Dinner with a Book: The Committed

The Committed


How do you follow a Pulitzer Prize-winning novel? Once you’ve hit that high, you could try and arrange future work around the same main themes – like Colson Whitehead (and by doing so score another one!), – or you could simply write a sequel and see how that works out.


Việt Thanh Nguyễn, the author of The Sympathizer, ‘a layered immigrant tale told in the wry, confessional voice of a “man of two minds” and two countries, Vietnam and the Unites States’ (as per the Prize citation), moved his duplicitous yet principled hero to France in The Committed. 


Why France? The first book, apart from being a highly entertaining spy action novel in itself, is a crash course in the history of the Vietnam War and US participation in it. Having painfully peeled that layer off, Việt gets to the next well-wishing miscreant, the 19th century coloniser on its ‘mission civilisatrice’, La Belle France, which occupied Vietnam for more than six decades. Both used Vietnam to squeeze as much as possible from its people, but whereas the capitalistic, colonising American ‘did not care what he ate so long as he ate too much of it’, the chic Frenchman ‘preferred the refined cruelty of foie gras’. 


The novel opens with les boat-people, a belittling term under which Vietnamese fleeing from occupied/liberated (depending on whom you are speaking to) Saigon became known to the world. We meet Bon and our Sympathizer right where we left them – making their way to France from a communist reeducation camp. You don’t have to read the first book to start this one (although why wouldn’t you?), a comprehensive brief is provided.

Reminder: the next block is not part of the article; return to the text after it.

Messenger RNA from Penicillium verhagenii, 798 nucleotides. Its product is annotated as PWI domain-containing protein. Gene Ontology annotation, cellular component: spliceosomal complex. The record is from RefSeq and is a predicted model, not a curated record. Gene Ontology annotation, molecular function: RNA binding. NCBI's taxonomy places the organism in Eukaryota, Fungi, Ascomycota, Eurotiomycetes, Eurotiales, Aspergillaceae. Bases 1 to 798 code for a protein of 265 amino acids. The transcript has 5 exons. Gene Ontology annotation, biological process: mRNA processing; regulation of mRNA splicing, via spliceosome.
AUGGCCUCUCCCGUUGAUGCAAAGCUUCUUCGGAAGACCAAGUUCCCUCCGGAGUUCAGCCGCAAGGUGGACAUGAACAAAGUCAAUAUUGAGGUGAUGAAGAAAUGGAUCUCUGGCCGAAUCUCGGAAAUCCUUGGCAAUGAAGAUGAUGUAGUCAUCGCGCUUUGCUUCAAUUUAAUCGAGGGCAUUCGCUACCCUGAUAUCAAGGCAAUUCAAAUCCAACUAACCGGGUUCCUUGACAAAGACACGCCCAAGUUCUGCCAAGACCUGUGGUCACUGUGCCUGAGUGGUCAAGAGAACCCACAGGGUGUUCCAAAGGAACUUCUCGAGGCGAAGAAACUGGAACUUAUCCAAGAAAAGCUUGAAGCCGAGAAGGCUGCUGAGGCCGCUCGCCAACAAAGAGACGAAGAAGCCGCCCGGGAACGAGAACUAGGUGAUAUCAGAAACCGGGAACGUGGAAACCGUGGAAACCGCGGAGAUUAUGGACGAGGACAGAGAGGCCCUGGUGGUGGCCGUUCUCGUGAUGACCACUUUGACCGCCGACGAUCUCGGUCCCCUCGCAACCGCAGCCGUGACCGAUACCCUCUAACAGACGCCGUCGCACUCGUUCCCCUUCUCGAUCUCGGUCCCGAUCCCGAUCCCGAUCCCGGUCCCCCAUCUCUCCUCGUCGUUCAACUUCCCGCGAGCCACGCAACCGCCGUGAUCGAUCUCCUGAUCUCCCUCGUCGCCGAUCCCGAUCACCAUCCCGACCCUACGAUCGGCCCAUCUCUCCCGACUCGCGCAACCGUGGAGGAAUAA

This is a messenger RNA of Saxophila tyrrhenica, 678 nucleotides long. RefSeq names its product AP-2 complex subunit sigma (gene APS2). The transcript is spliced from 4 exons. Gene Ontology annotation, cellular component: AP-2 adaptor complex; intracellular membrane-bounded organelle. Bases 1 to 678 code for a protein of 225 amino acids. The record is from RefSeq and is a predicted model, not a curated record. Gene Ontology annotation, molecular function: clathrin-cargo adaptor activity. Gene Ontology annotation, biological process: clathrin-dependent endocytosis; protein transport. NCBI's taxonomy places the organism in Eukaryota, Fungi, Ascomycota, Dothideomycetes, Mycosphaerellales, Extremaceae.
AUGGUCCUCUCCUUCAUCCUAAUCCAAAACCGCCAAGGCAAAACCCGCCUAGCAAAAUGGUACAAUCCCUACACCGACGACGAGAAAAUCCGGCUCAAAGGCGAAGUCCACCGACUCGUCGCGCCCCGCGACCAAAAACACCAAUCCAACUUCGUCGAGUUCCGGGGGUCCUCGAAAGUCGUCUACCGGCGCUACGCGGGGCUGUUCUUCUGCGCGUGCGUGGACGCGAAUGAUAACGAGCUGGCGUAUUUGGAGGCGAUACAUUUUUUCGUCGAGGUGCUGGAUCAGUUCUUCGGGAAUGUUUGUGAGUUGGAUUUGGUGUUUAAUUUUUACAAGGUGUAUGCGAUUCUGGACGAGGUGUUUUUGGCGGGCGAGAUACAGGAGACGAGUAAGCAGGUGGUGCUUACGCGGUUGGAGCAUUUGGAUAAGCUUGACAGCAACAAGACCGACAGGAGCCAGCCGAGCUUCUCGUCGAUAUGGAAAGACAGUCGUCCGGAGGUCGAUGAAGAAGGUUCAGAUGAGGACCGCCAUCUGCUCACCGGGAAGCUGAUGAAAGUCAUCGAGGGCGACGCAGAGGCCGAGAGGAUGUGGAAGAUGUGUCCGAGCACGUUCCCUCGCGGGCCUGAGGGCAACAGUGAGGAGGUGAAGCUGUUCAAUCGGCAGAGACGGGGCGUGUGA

The Sympathizer chooses to call himself Vo Danh which means No Man, to play an Odysseus-Polyphemus joke on French bureaucracy and also to remind us of the war victims: ‘Vo Danh’ is carved on the graves of the anonymous war dead. 


Vo Danh tried being a communist, a secret agent, a revolutionary, a prisoner, he failed in all of those, so now he joins the dark side of capitalism and becomes a gangster. What follows is action, action, and more action, spaced at meticulously regular intervals by philosophy, always with a clever turn of phrase: 
‘For someone who never said anything, God certainly spoke to a lot of people.’


Once again, the successful formula of keeping you hooked on narrative while lecturing you on now seemingly everything – racism, colonialism, capitalism, communism, feminism (a new one and a bit eager to be seen) – works. The story of the three blood brothers, Bon, Vo Danh and Man, which broke our hearts in The Sympathizer, continues to serve its higher purpose – proving that there isn’t right or wrong, and that love can erase the walls between ideologies.


Bánh mì, the infamous Vietnamese sandwich born in Saigon, is perfect to pair with the book – after all, it is a product of French colonisation or rather its defeat at Dien Bien Phu in 1954, after which Vietnamese in the south were free to modify French dishes to include local ingredients – and, in case of bánh mì, make them better.

‘Dinner with a Book’ is a new Londnr feature created & written by book blogger, Yelena from Foliovore.

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